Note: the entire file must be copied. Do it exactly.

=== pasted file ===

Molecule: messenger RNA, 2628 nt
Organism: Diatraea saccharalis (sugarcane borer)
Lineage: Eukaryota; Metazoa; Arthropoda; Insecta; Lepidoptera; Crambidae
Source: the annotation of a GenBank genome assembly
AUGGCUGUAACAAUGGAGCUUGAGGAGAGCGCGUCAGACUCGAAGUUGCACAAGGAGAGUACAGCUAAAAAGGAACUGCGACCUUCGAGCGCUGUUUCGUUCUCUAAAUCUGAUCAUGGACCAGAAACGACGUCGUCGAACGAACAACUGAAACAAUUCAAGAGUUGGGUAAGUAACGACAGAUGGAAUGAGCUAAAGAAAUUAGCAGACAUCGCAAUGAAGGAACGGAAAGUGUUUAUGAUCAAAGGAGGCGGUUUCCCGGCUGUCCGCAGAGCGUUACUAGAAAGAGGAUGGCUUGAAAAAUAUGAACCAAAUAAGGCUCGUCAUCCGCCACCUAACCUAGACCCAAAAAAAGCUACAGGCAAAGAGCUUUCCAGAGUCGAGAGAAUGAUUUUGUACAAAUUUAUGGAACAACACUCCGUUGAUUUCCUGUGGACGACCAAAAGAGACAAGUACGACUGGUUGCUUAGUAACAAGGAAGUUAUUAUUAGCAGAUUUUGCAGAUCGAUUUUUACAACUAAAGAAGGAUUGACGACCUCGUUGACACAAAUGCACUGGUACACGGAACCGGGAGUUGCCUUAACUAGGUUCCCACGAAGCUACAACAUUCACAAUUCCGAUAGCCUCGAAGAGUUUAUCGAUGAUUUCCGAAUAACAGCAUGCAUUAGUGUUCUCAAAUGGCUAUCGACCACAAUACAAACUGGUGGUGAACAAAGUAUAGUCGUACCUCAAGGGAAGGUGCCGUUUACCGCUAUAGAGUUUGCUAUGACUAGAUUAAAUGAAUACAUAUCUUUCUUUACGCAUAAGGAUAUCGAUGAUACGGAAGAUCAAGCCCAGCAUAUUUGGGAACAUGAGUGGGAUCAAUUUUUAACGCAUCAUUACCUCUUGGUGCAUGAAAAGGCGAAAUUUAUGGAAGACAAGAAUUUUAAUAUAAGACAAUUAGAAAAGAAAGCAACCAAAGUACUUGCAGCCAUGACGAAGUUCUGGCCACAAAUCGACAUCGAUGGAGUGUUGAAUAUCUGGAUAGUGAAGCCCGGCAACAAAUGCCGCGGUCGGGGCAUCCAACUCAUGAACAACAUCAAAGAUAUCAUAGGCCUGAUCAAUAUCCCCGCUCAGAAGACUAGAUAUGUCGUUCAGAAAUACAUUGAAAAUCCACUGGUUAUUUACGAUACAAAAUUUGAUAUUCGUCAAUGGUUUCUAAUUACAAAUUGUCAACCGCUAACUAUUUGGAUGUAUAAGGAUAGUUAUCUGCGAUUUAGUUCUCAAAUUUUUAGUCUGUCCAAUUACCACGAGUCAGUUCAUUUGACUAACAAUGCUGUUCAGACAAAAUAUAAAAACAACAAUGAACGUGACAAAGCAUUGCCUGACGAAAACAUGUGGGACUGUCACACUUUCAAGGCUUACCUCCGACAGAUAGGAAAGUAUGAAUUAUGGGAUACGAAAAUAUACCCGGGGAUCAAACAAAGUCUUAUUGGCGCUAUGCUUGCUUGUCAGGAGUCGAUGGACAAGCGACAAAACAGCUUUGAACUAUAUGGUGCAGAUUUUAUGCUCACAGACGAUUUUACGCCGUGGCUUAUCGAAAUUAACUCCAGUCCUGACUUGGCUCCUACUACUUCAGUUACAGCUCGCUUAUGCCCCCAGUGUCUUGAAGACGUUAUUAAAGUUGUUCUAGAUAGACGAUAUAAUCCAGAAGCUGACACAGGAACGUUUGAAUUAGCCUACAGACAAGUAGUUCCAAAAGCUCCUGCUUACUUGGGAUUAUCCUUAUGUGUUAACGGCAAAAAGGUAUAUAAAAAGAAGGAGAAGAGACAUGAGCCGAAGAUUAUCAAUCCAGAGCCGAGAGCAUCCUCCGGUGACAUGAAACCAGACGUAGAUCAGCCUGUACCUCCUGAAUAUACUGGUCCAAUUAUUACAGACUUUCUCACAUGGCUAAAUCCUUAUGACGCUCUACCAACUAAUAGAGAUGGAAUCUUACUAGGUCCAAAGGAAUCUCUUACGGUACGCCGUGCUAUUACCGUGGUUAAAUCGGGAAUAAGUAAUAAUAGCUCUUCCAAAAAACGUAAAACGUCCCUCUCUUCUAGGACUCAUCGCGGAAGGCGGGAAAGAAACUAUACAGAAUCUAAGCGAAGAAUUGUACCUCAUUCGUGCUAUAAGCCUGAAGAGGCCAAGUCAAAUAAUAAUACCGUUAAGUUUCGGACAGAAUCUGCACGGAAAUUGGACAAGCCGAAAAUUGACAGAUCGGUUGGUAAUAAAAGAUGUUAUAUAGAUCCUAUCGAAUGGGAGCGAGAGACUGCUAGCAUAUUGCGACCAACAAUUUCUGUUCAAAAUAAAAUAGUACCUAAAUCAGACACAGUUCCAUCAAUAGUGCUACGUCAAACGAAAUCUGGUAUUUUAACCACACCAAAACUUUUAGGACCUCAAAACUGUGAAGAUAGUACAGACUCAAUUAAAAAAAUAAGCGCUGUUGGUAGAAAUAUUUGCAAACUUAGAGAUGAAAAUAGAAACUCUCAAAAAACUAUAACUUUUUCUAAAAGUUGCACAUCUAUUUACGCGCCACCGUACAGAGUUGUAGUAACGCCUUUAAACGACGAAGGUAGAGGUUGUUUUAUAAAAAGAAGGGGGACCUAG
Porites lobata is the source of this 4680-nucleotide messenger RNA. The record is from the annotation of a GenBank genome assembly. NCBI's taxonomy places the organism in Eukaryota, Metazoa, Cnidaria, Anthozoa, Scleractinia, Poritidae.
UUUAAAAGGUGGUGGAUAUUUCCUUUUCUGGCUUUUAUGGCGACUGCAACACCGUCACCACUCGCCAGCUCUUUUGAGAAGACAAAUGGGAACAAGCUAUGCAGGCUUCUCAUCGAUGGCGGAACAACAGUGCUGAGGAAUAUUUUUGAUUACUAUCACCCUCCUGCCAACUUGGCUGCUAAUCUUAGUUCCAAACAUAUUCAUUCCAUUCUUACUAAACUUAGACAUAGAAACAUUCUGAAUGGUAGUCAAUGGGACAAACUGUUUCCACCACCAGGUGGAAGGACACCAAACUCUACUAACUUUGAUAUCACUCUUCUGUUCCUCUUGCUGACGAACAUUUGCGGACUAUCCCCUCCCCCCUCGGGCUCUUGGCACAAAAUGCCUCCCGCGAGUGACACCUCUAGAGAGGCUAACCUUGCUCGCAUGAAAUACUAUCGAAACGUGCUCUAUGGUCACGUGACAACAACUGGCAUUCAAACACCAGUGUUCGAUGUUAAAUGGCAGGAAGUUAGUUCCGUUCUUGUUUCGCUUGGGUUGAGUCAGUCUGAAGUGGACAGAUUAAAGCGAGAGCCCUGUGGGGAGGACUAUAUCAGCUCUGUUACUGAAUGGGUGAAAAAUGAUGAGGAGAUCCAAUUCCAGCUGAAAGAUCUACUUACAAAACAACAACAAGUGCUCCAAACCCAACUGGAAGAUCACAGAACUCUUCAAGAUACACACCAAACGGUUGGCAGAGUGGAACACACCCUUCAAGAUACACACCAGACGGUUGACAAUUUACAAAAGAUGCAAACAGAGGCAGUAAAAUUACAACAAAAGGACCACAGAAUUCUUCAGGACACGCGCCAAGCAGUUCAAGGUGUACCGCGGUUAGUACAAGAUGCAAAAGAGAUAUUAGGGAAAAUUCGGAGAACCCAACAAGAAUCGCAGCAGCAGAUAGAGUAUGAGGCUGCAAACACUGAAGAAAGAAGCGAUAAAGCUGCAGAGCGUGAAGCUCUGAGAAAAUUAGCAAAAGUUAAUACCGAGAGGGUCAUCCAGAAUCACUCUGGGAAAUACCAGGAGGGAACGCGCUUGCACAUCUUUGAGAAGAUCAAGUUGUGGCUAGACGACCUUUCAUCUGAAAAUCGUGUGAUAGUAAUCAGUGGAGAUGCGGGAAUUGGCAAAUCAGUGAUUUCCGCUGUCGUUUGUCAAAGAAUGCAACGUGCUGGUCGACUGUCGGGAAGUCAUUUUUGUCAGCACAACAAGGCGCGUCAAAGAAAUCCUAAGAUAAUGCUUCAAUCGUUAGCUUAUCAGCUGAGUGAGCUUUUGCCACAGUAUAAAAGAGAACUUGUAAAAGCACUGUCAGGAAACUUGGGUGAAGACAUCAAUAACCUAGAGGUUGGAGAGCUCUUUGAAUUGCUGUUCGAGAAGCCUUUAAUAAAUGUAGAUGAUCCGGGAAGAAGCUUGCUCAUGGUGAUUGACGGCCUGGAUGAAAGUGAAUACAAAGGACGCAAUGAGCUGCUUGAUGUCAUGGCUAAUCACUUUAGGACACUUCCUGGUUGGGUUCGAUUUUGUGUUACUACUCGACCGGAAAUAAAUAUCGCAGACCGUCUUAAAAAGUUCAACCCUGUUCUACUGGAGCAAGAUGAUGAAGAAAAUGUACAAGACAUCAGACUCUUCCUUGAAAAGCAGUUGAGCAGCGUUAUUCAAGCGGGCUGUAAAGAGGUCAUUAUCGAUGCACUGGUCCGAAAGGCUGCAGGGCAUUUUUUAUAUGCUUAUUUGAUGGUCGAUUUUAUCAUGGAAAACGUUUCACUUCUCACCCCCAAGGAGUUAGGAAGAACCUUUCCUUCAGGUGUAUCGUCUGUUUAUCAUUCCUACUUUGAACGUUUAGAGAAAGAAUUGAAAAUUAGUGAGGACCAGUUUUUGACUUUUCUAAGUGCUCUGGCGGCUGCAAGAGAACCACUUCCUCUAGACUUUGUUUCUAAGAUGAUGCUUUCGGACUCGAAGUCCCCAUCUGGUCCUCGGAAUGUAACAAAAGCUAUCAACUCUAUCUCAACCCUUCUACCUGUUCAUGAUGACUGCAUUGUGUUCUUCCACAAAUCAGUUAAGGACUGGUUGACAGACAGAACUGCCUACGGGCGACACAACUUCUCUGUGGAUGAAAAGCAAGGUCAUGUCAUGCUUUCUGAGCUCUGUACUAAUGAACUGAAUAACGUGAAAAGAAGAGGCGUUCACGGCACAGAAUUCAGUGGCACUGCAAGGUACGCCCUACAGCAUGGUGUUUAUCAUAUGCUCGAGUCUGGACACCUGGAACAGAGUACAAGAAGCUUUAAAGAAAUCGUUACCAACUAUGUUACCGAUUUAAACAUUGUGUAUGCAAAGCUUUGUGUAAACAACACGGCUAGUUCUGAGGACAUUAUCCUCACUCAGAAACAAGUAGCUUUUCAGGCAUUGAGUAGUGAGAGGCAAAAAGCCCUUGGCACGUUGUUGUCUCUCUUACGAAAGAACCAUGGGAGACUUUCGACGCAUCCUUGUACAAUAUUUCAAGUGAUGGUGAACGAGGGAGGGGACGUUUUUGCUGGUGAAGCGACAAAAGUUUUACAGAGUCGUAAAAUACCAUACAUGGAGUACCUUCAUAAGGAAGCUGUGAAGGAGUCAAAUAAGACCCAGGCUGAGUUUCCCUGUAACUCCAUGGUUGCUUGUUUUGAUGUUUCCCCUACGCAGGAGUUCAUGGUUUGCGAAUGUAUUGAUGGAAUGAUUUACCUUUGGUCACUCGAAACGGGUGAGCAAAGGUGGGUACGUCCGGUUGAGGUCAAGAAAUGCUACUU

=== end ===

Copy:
Molecule: messenger RNA, 2628 nt
Organism: Diatraea saccharalis (sugarcane borer)
Lineage: Eukaryota; Metazoa; Arthropoda; Insecta; Lepidoptera; Crambidae
Source: the annotation of a GenBank genome assembly
AUGGCUGUAACAAUGGAGCUUGAGGAGAGCGCGUCAGACUCGAAGUUGCACAAGGAGAGUACAGCUAAAAAGGAACUGCGACCUUCGAGCGCUGUUUCGUUCUCUAAAUCUGAUCAUGGACCAGAAACGACGUCGUCGAACGAACAACUGAAACAAUUCAAGAGUUGGGUAAGUAACGACAGAUGGAAUGAGCUAAAGAAAUUAGCAGACAUCGCAAUGAAGGAACGGAAAGUGUUUAUGAUCAAAGGAGGCGGUUUCCCGGCUGUCCGCAGAGCGUUACUAGAAAGAGGAUGGCUUGAAAAAUAUGAACCAAAUAAGGCUCGUCAUCCGCCACCUAACCUAGACCCAAAAAAAGCUACAGGCAAAGAGCUUUCCAGAGUCGAGAGAAUGAUUUUGUACAAAUUUAUGGAACAACACUCCGUUGAUUUCCUGUGGACGACCAAAAGAGACAAGUACGACUGGUUGCUUAGUAACAAGGAAGUUAUUAUUAGCAGAUUUUGCAGAUCGAUUUUUACAACUAAAGAAGGAUUGACGACCUCGUUGACACAAAUGCACUGGUACACGGAACCGGGAGUUGCCUUAACUAGGUUCCCACGAAGCUACAACAUUCACAAUUCCGAUAGCCUCGAAGAGUUUAUCGAUGAUUUCCGAAUAACAGCAUGCAUUAGUGUUCUCAAAUGGCUAUCGACCACAAUACAAACUGGUGGUGAACAAAGUAUAGUCGUACCUCAAGGGAAGGUGCCGUUUACCGCUAUAGAGUUUGCUAUGACUAGAUUAAAUGAAUACAUAUCUUUCUUUACGCAUAAGGAUAUCGAUGAUACGGAAGAUCAAGCCCAGCAUAUUUGGGAACAUGAGUGGGAUCAAUUUUUAACGCAUCAUUACCUCUUGGUGCAUGAAAAGGCGAAAUUUAUGGAAGACAAGAAUUUUAAUAUAAGACAAUUAGAAAAGAAAGCAACCAAAGUACUUGCAGCCAUGACGAAGUUCUGGCCACAAAUCGACAUCGAUGGAGUGUUGAAUAUCUGGAUAGUGAAGCCCGGCAACAAAUGCCGCGGUCGGGGCAUCCAACUCAUGAACAACAUCAAAGAUAUCAUAGGCCUGAUCAAUAUCCCCGCUCAGAAGACUAGAUAUGUCGUUCAGAAAUACAUUGAAAAUCCACUGGUUAUUUACGAUACAAAAUUUGAUAUUCGUCAAUGGUUUCUAAUUACAAAUUGUCAACCGCUAACUAUUUGGAUGUAUAAGGAUAGUUAUCUGCGAUUUAGUUCUCAAAUUUUUAGUCUGUCCAAUUACCACGAGUCAGUUCAUUUGACUAACAAUGCUGUUCAGACAAAAUAUAAAAACAACAAUGAACGUGACAAAGCAUUGCCUGACGAAAACAUGUGGGACUGUCACACUUUCAAGGCUUACCUCCGACAGAUAGGAAAGUAUGAAUUAUGGGAUACGAAAAUAUACCCGGGGAUCAAACAAAGUCUUAUUGGCGCUAUGCUUGCUUGUCAGGAGUCGAUGGACAAGCGACAAAACAGCUUUGAACUAUAUGGUGCAGAUUUUAUGCUCACAGACGAUUUUACGCCGUGGCUUAUCGAAAUUAACUCCAGUCCUGACUUGGCUCCUACUACUUCAGUUACAGCUCGCUUAUGCCCCCAGUGUCUUGAAGACGUUAUUAAAGUUGUUCUAGAUAGACGAUAUAAUCCAGAAGCUGACACAGGAACGUUUGAAUUAGCCUACAGACAAGUAGUUCCAAAAGCUCCUGCUUACUUGGGAUUAUCCUUAUGUGUUAACGGCAAAAAGGUAUAUAAAAAGAAGGAGAAGAGACAUGAGCCGAAGAUUAUCAAUCCAGAGCCGAGAGCAUCCUCCGGUGACAUGAAACCAGACGUAGAUCAGCCUGUACCUCCUGAAUAUACUGGUCCAAUUAUUACAGACUUUCUCACAUGGCUAAAUCCUUAUGACGCUCUACCAACUAAUAGAGAUGGAAUCUUACUAGGUCCAAAGGAAUCUCUUACGGUACGCCGUGCUAUUACCGUGGUUAAAUCGGGAAUAAGUAAUAAUAGCUCUUCCAAAAAACGUAAAACGUCCCUCUCUUCUAGGACUCAUCGCGGAAGGCGGGAAAGAAACUAUACAGAAUCUAAGCGAAGAAUUGUACCUCAUUCGUGCUAUAAGCCUGAAGAGGCCAAGUCAAAUAAUAAUACCGUUAAGUUUCGGACAGAAUCUGCACGGAAAUUGGACAAGCCGAAAAUUGACAGAUCGGUUGGUAAUAAAAGAUGUUAUAUAGAUCCUAUCGAAUGGGAGCGAGAGACUGCUAGCAUAUUGCGACCAACAAUUUCUGUUCAAAAUAAAAUAGUACCUAAAUCAGACACAGUUCCAUCAAUAGUGCUACGUCAAACGAAAUCUGGUAUUUUAACCACACCAAAACUUUUAGGACCUCAAAACUGUGAAGAUAGUACAGACUCAAUUAAAAAAAUAAGCGCUGUUGGUAGAAAUAUUUGCAAACUUAGAGAUGAAAAUAGAAACUCUCAAAAAACUAUAACUUUUUCUAAAAGUUGCACAUCUAUUUACGCGCCACCGUACAGAGUUGUAGUAACGCCUUUAAACGACGAAGGUAGAGGUUGUUUUAUAAAAAGAAGGGGGACCUAG
Porites lobata is the source of this 4680-nucleotide messenger RNA. The record is from the annotation of a GenBank genome assembly. NCBI's taxonomy places the organism in Eukaryota, Metazoa, Cnidaria, Anthozoa, Scleractinia, Poritidae.
UUUAAAAGGUGGUGGAUAUUUCCUUUUCUGGCUUUUAUGGCGACUGCAACACCGUCACCACUCGCCAGCUCUUUUGAGAAGACAAAUGGGAACAAGCUAUGCAGGCUUCUCAUCGAUGGCGGAACAACAGUGCUGAGGAAUAUUUUUGAUUACUAUCACCCUCCUGCCAACUUGGCUGCUAAUCUUAGUUCCAAACAUAUUCAUUCCAUUCUUACUAAACUUAGACAUAGAAACAUUCUGAAUGGUAGUCAAUGGGACAAACUGUUUCCACCACCAGGUGGAAGGACACCAAACUCUACUAACUUUGAUAUCACUCUUCUGUUCCUCUUGCUGACGAACAUUUGCGGACUAUCCCCUCCCCCCUCGGGCUCUUGGCACAAAAUGCCUCCCGCGAGUGACACCUCUAGAGAGGCUAACCUUGCUCGCAUGAAAUACUAUCGAAACGUGCUCUAUGGUCACGUGACAACAACUGGCAUUCAAACACCAGUGUUCGAUGUUAAAUGGCAGGAAGUUAGUUCCGUUCUUGUUUCGCUUGGGUUGAGUCAGUCUGAAGUGGACAGAUUAAAGCGAGAGCCCUGUGGGGAGGACUAUAUCAGCUCUGUUACUGAAUGGGUGAAAAAUGAUGAGGAGAUCCAAUUCCAGCUGAAAGAUCUACUUACAAAACAACAACAAGUGCUCCAAACCCAACUGGAAGAUCACAGAACUCUUCAAGAUACACACCAAACGGUUGGCAGAGUGGAACACACCCUUCAAGAUACACACCAGACGGUUGACAAUUUACAAAAGAUGCAAACAGAGGCAGUAAAAUUACAACAAAAGGACCACAGAAUUCUUCAGGACACGCGCCAAGCAGUUCAAGGUGUACCGCGGUUAGUACAAGAUGCAAAAGAGAUAUUAGGGAAAAUUCGGAGAACCCAACAAGAAUCGCAGCAGCAGAUAGAGUAUGAGGCUGCAAACACUGAAGAAAGAAGCGAUAAAGCUGCAGAGCGUGAAGCUCUGAGAAAAUUAGCAAAAGUUAAUACCGAGAGGGUCAUCCAGAAUCACUCUGGGAAAUACCAGGAGGGAACGCGCUUGCACAUCUUUGAGAAGAUCAAGUUGUGGCUAGACGACCUUUCAUCUGAAAAUCGUGUGAUAGUAAUCAGUGGAGAUGCGGGAAUUGGCAAAUCAGUGAUUUCCGCUGUCGUUUGUCAAAGAAUGCAACGUGCUGGUCGACUGUCGGGAAGUCAUUUUUGUCAGCACAACAAGGCGCGUCAAAGAAAUCCUAAGAUAAUGCUUCAAUCGUUAGCUUAUCAGCUGAGUGAGCUUUUGCCACAGUAUAAAAGAGAACUUGUAAAAGCACUGUCAGGAAACUUGGGUGAAGACAUCAAUAACCUAGAGGUUGGAGAGCUCUUUGAAUUGCUGUUCGAGAAGCCUUUAAUAAAUGUAGAUGAUCCGGGAAGAAGCUUGCUCAUGGUGAUUGACGGCCUGGAUGAAAGUGAAUACAAAGGACGCAAUGAGCUGCUUGAUGUCAUGGCUAAUCACUUUAGGACACUUCCUGGUUGGGUUCGAUUUUGUGUUACUACUCGACCGGAAAUAAAUAUCGCAGACCGUCUUAAAAAGUUCAACCCUGUUCUACUGGAGCAAGAUGAUGAAGAAAAUGUACAAGACAUCAGACUCUUCCUUGAAAAGCAGUUGAGCAGCGUUAUUCAAGCGGGCUGUAAAGAGGUCAUUAUCGAUGCACUGGUCCGAAAGGCUGCAGGGCAUUUUUUAUAUGCUUAUUUGAUGGUCGAUUUUAUCAUGGAAAACGUUUCACUUCUCACCCCCAAGGAGUUAGGAAGAACCUUUCCUUCAGGUGUAUCGUCUGUUUAUCAUUCCUACUUUGAACGUUUAGAGAAAGAAUUGAAAAUUAGUGAGGACCAGUUUUUGACUUUUCUAAGUGCUCUGGCGGCUGCAAGAGAACCACUUCCUCUAGACUUUGUUUCUAAGAUGAUGCUUUCGGACUCGAAGUCCCCAUCUGGUCCUCGGAAUGUAACAAAAGCUAUCAACUCUAUCUCAACCCUUCUACCUGUUCAUGAUGACUGCAUUGUGUUCUUCCACAAAUCAGUUAAGGACUGGUUGACAGACAGAACUGCCUACGGGCGACACAACUUCUCUGUGGAUGAAAAGCAAGGUCAUGUCAUGCUUUCUGAGCUCUGUACUAAUGAACUGAAUAACGUGAAAAGAAGAGGCGUUCACGGCACAGAAUUCAGUGGCACUGCAAGGUACGCCCUACAGCAUGGUGUUUAUCAUAUGCUCGAGUCUGGACACCUGGAACAGAGUACAAGAAGCUUUAAAGAAAUCGUUACCAACUAUGUUACCGAUUUAAACAUUGUGUAUGCAAAGCUUUGUGUAAACAACACGGCUAGUUCUGAGGACAUUAUCCUCACUCAGAAACAAGUAGCUUUUCAGGCAUUGAGUAGUGAGAGGCAAAAAGCCCUUGGCACGUUGUUGUCUCUCUUACGAAAGAACCAUGGGAGACUUUCGACGCAUCCUUGUACAAUAUUUCAAGUGAUGGUGAACGAGGGAGGGGACGUUUUUGCUGGUGAAGCGACAAAAGUUUUACAGAGUCGUAAAAUACCAUACAUGGAGUACCUUCAUAAGGAAGCUGUGAAGGAGUCAAAUAAGACCCAGGCUGAGUUUCCCUGUAACUCCAUGGUUGCUUGUUUUGAUGUUUCCCCUACGCAGGAGUUCAUGGUUUGCGAAUGUAUUGAUGGAAUGAUUUACCUUUGGUCACUCGAAACGGGUGAGCAAAGGUGGGUACGUCCGGUUGAGGUCAAGAAAUGCUACUU